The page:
China's digital push could help internationalise the yuan

The PBoC launched pilot testing of a central bank digital currency (CBDC) in four cities last month, which will give it 'first-mover advantage' in the post-virus world

China's digital push could help internationalise the yuan
Yi Gang, governor of the People's Bank of China, said the central bank was running tests in four cities on the use of CBDC but there was no timetable yet for use of a digital currency. File photo by AFP.

(ATF) China is set to gain first mover advantage with the launch of a digital currency in the post-virus era as social distancing, remote working and online commerce become part of everyday life.

While its ambition of dethroning the US dollar is a long-term goal, China will certainly push forward internationalisation of the yuan currency via increased cross-border usage.

Carlo Cocuzzo, an economist specialising in digital finance at ING Bank, said: “The coronavirus pandemic could encourage central bank digital currency (CBDC) adoption throughout the world because of rising contactless payments and a bigger role for governments within the economy. Some countries could even ‘flex their muscles’ in the digital payments market once the dust settles.

“China is at the forefront of experimenting with digital payments and digital platforms,” he said.

Virtual banks like e-commerce giant Alibaba’s MyBank and Internet conglomerate Tencent’s WeBank are already altering the financial services markets with their outreach to small businesses and into rural areas.

BofA Securities said in a report: “With over 800 million users actively using mobile payment systems such as WeChat Pay and AliPay, China is well positioned to adopt DC/EP – digital currency and electronic payment.”

All the functions of traditional money

DC/EP is a centralised, sovereign-issued digital currency with all the functions of traditional money. It is a form of central bank digital currency (CBDC).

Since the focus would be on replacing cash there would be little impact on banking sector deposits, and the overall operations of the financial system while the move would potentially enable banks to regain customer relationships and valuable customer data from third-party payment firms, BofA Securities analysts said in its report.

“DC/EP could enhance the convenience and reduce the cost of cross-border use of yuan by Chinese travellers overseas and foreign yuan holders, particularly over platforms such as the Blockchain-based Services Network (BSN), whose global commercial launch is scheduled for June 25,” the report said.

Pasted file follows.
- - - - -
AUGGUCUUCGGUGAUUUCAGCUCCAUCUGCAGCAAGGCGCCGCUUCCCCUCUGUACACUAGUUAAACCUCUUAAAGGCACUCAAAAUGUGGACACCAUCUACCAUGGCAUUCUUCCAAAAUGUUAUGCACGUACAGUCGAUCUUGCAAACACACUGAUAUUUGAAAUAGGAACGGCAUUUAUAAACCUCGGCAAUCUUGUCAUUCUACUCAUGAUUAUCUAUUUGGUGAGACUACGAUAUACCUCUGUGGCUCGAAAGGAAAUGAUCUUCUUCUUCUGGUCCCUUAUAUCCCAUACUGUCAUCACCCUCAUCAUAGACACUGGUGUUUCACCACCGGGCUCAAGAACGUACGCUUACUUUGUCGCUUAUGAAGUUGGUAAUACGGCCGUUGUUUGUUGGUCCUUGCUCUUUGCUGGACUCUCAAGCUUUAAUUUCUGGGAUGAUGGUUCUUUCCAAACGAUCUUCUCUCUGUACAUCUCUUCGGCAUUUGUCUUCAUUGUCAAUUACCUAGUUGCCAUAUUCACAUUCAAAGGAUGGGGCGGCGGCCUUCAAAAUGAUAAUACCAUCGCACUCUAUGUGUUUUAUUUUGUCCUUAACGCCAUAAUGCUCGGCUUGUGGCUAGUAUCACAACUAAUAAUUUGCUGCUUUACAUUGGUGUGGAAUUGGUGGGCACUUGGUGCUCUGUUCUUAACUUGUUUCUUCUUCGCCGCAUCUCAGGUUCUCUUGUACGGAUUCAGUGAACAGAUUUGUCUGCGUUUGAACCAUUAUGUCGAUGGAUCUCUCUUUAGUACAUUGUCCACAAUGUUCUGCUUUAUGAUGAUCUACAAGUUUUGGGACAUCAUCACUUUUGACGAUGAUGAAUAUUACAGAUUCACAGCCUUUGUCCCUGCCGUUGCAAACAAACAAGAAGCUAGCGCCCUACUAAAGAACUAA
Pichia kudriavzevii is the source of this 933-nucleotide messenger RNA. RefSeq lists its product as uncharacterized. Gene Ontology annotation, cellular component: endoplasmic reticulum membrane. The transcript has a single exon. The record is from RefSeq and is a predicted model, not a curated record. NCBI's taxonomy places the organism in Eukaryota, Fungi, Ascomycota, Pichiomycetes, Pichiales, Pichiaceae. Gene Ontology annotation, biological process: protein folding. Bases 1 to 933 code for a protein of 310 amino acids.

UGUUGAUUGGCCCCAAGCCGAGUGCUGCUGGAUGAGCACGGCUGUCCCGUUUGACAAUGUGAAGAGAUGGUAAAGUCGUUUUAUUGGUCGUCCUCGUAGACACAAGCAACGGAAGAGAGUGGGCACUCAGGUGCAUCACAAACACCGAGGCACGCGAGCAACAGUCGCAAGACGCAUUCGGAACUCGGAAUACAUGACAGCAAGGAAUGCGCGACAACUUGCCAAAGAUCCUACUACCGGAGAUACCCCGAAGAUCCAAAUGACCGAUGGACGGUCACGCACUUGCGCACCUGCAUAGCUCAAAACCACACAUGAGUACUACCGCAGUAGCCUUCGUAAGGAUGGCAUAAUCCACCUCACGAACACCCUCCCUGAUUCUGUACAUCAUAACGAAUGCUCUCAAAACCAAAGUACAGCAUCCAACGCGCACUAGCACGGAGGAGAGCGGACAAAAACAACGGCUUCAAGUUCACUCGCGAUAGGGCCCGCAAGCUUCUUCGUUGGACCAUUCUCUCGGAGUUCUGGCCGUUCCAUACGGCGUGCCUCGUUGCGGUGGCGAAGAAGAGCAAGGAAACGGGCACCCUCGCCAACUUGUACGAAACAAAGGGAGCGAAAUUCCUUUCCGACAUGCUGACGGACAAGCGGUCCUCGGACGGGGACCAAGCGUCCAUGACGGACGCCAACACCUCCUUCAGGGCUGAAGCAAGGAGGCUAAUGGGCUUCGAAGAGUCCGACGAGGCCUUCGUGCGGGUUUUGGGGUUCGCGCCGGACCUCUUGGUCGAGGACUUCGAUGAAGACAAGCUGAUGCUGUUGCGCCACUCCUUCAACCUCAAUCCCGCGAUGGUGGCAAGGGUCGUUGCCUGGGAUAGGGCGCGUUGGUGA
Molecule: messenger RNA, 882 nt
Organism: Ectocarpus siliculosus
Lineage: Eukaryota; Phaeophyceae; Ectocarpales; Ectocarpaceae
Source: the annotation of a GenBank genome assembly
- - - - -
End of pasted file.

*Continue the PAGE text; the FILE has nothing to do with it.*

The government launched pilot programmes of the CBDC in four cities last month.

People’s Bank of China governor Yi Gang said earlier this week there was no timeline for a digital currency to be issued. The PBoC is running simulations and internal use of CBDC in Shenzhen, Xiong'an, Chengdu and Suzhou.

PBoC: No timetable for launch, still testing

Yi Gang said the People's Bank of China is carrying out research and development in the digital yuan system jointly with commercial banks and other institutions. The R&D includes top-level design, standard formulation, function development, joint debugging tests, under the premise of a double-layer operation, cash (M0) substitution, and controllable anonymity.

“At present, the digital RMB research and development work follows the principles of stability, safety, controllability, innovation, and practicality,” he said. And tests were being conducted to verify theoretical reliability and system stability, function availability, process convenience, scenario applicability, and risk controllability, Yi said in comments posted on the central bank’s website.

“There is no timetable for when it will be officially launched … the current pilot test is still a routine work in the research and development process, and does not mean that the digital RMB will be officially issued.”

Even so, these early initiatives would certainly give China a head start.

“Digital RMB is unlikely to threaten USD hegemony in the foreseeable future but China's first mover advantage alongside its disproportionately large role in global trade and growing presence in international finance matters and suggests a digital RMB will help increase cross-border usage over time,” BofA Securities analyst David Cui said in a report.

“Ultimately, this is likely to be the actual (and more realistic) objective for China than a serious attempt to displace the USD's status as the global reserve currency.”

The dollar’s dominance would be hard to match. According to the IMF, more than 60% of central bank reserves, including China’s $3 trillion, were held in US dollars and 90% of forex trading was greenback-denominated.

ING’s Cocuzzo said: “But in the end, whether a digital currency succeeds or not, was never, and never will be, a purely economic or technological question. It is primarily about political acceptance and alignment with other political strategic goals, both domestic and international.

“Only time will tell if China will succeed in building a convincing narrative underpinning a more relevant role for its own currency.”